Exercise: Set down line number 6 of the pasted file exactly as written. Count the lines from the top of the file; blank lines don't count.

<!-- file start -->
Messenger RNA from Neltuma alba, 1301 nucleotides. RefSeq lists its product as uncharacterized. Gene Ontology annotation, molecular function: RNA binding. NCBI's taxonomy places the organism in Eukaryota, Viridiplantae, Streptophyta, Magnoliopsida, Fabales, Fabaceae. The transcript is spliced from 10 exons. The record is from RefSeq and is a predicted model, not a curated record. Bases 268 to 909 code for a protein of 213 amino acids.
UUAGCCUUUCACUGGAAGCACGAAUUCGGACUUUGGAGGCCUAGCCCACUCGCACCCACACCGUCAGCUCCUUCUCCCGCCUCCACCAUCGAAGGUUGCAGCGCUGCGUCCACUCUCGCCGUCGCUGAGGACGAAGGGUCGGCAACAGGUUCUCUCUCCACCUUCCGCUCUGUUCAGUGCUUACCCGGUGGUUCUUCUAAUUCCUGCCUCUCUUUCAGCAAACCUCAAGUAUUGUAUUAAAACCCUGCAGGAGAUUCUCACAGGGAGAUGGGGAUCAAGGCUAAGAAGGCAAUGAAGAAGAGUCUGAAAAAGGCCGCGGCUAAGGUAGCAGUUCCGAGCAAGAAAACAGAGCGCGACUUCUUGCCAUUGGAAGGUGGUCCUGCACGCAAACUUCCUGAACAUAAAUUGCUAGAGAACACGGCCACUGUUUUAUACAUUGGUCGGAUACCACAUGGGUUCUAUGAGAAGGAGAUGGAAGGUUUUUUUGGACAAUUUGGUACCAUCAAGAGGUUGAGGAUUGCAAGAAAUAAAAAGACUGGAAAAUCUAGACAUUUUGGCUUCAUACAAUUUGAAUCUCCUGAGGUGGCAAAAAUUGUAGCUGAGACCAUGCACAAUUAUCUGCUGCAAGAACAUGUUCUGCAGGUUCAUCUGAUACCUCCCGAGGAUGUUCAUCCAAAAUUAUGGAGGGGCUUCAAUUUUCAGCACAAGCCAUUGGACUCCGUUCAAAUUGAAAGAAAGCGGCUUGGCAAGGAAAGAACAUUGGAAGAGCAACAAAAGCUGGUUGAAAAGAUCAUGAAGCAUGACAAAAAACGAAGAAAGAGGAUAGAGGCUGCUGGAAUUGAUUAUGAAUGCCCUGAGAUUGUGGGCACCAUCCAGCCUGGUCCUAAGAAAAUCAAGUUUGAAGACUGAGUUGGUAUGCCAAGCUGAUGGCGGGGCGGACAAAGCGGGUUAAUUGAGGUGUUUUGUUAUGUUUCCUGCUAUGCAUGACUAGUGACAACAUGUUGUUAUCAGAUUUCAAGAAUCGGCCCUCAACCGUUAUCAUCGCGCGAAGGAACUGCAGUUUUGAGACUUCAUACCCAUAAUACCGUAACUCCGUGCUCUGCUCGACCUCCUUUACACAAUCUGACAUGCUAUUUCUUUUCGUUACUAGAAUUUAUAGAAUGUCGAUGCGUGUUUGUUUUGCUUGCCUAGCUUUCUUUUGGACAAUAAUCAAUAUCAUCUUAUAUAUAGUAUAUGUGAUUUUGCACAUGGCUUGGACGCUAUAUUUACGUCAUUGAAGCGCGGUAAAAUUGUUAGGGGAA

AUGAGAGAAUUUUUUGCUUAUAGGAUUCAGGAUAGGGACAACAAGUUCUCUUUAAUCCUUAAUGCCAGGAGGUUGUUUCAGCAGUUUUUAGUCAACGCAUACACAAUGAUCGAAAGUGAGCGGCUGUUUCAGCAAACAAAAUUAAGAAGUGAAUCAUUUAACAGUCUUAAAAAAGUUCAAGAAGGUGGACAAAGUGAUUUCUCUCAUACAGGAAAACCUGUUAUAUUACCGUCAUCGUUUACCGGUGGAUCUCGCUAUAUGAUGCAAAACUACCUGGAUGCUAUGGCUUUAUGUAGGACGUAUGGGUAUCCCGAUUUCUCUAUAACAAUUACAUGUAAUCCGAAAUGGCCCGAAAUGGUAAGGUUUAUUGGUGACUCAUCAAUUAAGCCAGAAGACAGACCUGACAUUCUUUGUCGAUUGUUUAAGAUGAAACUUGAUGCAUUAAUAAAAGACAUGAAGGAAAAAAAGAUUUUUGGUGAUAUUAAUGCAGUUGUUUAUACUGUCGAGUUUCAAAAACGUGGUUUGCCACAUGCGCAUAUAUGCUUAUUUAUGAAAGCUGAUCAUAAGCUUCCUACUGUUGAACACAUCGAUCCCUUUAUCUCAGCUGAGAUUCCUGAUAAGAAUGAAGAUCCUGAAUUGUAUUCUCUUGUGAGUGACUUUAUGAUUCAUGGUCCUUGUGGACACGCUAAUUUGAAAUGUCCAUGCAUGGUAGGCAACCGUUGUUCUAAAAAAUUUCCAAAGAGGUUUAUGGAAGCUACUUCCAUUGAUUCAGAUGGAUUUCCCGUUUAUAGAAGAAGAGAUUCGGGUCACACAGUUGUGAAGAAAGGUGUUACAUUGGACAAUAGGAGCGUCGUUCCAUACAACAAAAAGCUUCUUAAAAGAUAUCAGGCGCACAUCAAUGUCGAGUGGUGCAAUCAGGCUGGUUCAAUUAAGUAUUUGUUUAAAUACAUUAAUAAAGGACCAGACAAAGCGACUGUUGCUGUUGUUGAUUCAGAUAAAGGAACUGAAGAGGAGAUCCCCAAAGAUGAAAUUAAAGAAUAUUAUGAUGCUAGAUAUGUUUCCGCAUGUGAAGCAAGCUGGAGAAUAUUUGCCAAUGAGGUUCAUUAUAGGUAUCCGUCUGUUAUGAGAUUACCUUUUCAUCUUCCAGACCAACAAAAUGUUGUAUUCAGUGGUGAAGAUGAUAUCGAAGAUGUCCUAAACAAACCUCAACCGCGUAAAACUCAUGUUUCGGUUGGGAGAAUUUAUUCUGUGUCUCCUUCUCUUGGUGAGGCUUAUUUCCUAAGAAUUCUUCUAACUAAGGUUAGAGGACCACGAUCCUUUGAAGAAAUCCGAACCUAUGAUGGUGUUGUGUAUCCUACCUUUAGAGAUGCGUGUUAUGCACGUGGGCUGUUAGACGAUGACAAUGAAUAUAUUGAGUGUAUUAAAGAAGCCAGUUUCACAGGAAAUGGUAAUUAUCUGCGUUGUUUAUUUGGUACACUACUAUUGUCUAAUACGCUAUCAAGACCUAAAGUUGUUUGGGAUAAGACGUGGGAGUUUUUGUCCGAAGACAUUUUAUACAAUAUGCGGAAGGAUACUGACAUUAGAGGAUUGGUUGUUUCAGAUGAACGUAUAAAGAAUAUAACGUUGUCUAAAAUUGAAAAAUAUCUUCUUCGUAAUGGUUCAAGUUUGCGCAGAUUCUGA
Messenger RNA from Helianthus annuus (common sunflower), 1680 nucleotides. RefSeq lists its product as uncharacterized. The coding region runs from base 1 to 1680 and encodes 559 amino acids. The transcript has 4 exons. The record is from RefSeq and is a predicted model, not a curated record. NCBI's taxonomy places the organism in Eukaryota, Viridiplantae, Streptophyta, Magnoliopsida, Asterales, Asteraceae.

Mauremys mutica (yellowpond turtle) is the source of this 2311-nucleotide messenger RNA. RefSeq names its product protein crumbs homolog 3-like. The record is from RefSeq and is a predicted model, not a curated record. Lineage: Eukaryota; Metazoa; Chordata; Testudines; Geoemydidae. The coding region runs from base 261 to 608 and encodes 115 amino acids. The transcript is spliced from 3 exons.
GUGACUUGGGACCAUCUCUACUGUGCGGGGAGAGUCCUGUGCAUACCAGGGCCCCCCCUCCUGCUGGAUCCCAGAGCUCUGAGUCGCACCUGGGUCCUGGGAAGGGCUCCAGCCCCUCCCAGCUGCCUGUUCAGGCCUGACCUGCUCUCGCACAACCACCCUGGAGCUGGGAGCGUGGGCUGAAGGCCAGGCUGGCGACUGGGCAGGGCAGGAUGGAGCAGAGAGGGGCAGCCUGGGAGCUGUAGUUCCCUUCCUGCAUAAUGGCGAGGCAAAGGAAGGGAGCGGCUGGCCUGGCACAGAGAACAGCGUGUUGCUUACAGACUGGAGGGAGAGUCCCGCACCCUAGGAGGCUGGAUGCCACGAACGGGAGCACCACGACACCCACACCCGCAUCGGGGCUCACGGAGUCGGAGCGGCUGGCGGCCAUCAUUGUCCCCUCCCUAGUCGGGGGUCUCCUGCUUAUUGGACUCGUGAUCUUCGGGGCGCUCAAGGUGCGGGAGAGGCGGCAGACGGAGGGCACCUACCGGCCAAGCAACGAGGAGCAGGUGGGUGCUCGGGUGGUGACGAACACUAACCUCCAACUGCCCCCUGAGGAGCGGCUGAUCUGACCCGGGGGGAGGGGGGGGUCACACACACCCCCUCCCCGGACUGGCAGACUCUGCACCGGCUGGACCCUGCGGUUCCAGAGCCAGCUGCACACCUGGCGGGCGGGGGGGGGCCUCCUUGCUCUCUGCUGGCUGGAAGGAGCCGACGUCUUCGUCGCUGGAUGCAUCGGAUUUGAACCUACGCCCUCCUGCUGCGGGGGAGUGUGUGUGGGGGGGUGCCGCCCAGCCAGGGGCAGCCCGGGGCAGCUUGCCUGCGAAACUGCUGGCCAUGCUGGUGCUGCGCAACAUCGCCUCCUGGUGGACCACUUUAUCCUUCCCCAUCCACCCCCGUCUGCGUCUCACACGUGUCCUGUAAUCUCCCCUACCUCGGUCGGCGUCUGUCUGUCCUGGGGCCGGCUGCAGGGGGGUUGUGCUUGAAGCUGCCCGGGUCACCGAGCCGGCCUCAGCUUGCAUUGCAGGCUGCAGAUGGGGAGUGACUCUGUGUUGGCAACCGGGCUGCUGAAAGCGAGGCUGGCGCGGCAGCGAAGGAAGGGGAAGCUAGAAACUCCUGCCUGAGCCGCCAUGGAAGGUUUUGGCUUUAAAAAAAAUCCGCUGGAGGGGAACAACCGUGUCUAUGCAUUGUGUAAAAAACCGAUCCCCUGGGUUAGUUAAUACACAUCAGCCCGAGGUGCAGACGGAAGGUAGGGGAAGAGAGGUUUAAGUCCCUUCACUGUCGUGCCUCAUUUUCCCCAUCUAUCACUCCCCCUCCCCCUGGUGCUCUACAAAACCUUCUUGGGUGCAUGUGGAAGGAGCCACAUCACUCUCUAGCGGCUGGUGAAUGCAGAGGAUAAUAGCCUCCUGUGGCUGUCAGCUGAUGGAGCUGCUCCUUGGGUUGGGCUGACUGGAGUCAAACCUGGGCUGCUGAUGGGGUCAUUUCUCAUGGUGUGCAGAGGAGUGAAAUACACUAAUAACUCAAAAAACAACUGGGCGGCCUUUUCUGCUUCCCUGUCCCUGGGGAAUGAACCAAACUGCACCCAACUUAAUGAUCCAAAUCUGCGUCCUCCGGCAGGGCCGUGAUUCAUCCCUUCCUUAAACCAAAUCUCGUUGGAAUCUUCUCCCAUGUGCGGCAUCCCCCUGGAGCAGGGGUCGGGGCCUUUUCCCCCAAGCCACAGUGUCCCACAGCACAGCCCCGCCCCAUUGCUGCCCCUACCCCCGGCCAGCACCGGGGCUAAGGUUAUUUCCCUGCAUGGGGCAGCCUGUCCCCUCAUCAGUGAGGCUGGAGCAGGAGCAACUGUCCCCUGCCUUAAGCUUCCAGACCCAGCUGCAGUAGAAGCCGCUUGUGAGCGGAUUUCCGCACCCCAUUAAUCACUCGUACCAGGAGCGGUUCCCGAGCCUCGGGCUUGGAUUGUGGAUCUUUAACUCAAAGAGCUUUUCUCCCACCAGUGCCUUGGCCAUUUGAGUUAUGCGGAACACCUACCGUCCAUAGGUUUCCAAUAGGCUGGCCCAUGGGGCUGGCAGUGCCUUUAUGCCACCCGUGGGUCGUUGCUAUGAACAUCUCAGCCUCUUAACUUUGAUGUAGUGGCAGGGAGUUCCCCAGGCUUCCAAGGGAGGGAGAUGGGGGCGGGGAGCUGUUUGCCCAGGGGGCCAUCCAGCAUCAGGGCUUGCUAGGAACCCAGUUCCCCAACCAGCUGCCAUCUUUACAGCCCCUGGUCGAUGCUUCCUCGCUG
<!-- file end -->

GUGACUUGGGACCAUCUCUACUGUGCGGGGAGAGUCCUGUGCAUACCAGGGCCCCCCCUCCUGCUGGAUCCCAGAGCUCUGAGUCGCACCUGGGUCCUGGGAAGGGCUCCAGCCCCUCCCAGCUGCCUGUUCAGGCCUGACCUGCUCUCGCACAACCACCCUGGAGCUGGGAGCGUGGGCUGAAGGCCAGGCUGGCGACUGGGCAGGGCAGGAUGGAGCAGAGAGGGGCAGCCUGGGAGCUGUAGUUCCCUUCCUGCAUAAUGGCGAGGCAAAGGAAGGGAGCGGCUGGCCUGGCACAGAGAACAGCGUGUUGCUUACAGACUGGAGGGAGAGUCCCGCACCCUAGGAGGCUGGAUGCCACGAACGGGAGCACCACGACACCCACACCCGCAUCGGGGCUCACGGAGUCGGAGCGGCUGGCGGCCAUCAUUGUCCCCUCCCUAGUCGGGGGUCUCCUGCUUAUUGGACUCGUGAUCUUCGGGGCGCUCAAGGUGCGGGAGAGGCGGCAGACGGAGGGCACCUACCGGCCAAGCAACGAGGAGCAGGUGGGUGCUCGGGUGGUGACGAACACUAACCUCCAACUGCCCCCUGAGGAGCGGCUGAUCUGACCCGGGGGGAGGGGGGGGUCACACACACCCCCUCCCCGGACUGGCAGACUCUGCACCGGCUGGACCCUGCGGUUCCAGAGCCAGCUGCACACCUGGCGGGCGGGGGGGGGCCUCCUUGCUCUCUGCUGGCUGGAAGGAGCCGACGUCUUCGUCGCUGGAUGCAUCGGAUUUGAACCUACGCCCUCCUGCUGCGGGGGAGUGUGUGUGGGGGGGUGCCGCCCAGCCAGGGGCAGCCCGGGGCAGCUUGCCUGCGAAACUGCUGGCCAUGCUGGUGCUGCGCAACAUCGCCUCCUGGUGGACCACUUUAUCCUUCCCCAUCCACCCCCGUCUGCGUCUCACACGUGUCCUGUAAUCUCCCCUACCUCGGUCGGCGUCUGUCUGUCCUGGGGCCGGCUGCAGGGGGGUUGUGCUUGAAGCUGCCCGGGUCACCGAGCCGGCCUCAGCUUGCAUUGCAGGCUGCAGAUGGGGAGUGACUCUGUGUUGGCAACCGGGCUGCUGAAAGCGAGGCUGGCGCGGCAGCGAAGGAAGGGGAAGCUAGAAACUCCUGCCUGAGCCGCCAUGGAAGGUUUUGGCUUUAAAAAAAAUCCGCUGGAGGGGAACAACCGUGUCUAUGCAUUGUGUAAAAAACCGAUCCCCUGGGUUAGUUAAUACACAUCAGCCCGAGGUGCAGACGGAAGGUAGGGGAAGAGAGGUUUAAGUCCCUUCACUGUCGUGCCUCAUUUUCCCCAUCUAUCACUCCCCCUCCCCCUGGUGCUCUACAAAACCUUCUUGGGUGCAUGUGGAAGGAGCCACAUCACUCUCUAGCGGCUGGUGAAUGCAGAGGAUAAUAGCCUCCUGUGGCUGUCAGCUGAUGGAGCUGCUCCUUGGGUUGGGCUGACUGGAGUCAAACCUGGGCUGCUGAUGGGGUCAUUUCUCAUGGUGUGCAGAGGAGUGAAAUACACUAAUAACUCAAAAAACAACUGGGCGGCCUUUUCUGCUUCCCUGUCCCUGGGGAAUGAACCAAACUGCACCCAACUUAAUGAUCCAAAUCUGCGUCCUCCGGCAGGGCCGUGAUUCAUCCCUUCCUUAAACCAAAUCUCGUUGGAAUCUUCUCCCAUGUGCGGCAUCCCCCUGGAGCAGGGGUCGGGGCCUUUUCCCCCAAGCCACAGUGUCCCACAGCACAGCCCCGCCCCAUUGCUGCCCCUACCCCCGGCCAGCACCGGGGCUAAGGUUAUUUCCCUGCAUGGGGCAGCCUGUCCCCUCAUCAGUGAGGCUGGAGCAGGAGCAACUGUCCCCUGCCUUAAGCUUCCAGACCCAGCUGCAGUAGAAGCCGCUUGUGAGCGGAUUUCCGCACCCCAUUAAUCACUCGUACCAGGAGCGGUUCCCGAGCCUCGGGCUUGGAUUGUGGAUCUUUAACUCAAAGAGCUUUUCUCCCACCAGUGCCUUGGCCAUUUGAGUUAUGCGGAACACCUACCGUCCAUAGGUUUCCAAUAGGCUGGCCCAUGGGGCUGGCAGUGCCUUUAUGCCACCCGUGGGUCGUUGCUAUGAACAUCUCAGCCUCUUAACUUUGAUGUAGUGGCAGGGAGUUCCCCAGGCUUCCAAGGGAGGGAGAUGGGGGCGGGGAGCUGUUUGCCCAGGGGGCCAUCCAGCAUCAGGGCUUGCUAGGAACCCAGUUCCCCAACCAGCUGCCAUCUUUACAGCCCCUGGUCGAUGCUUCCUCGCUG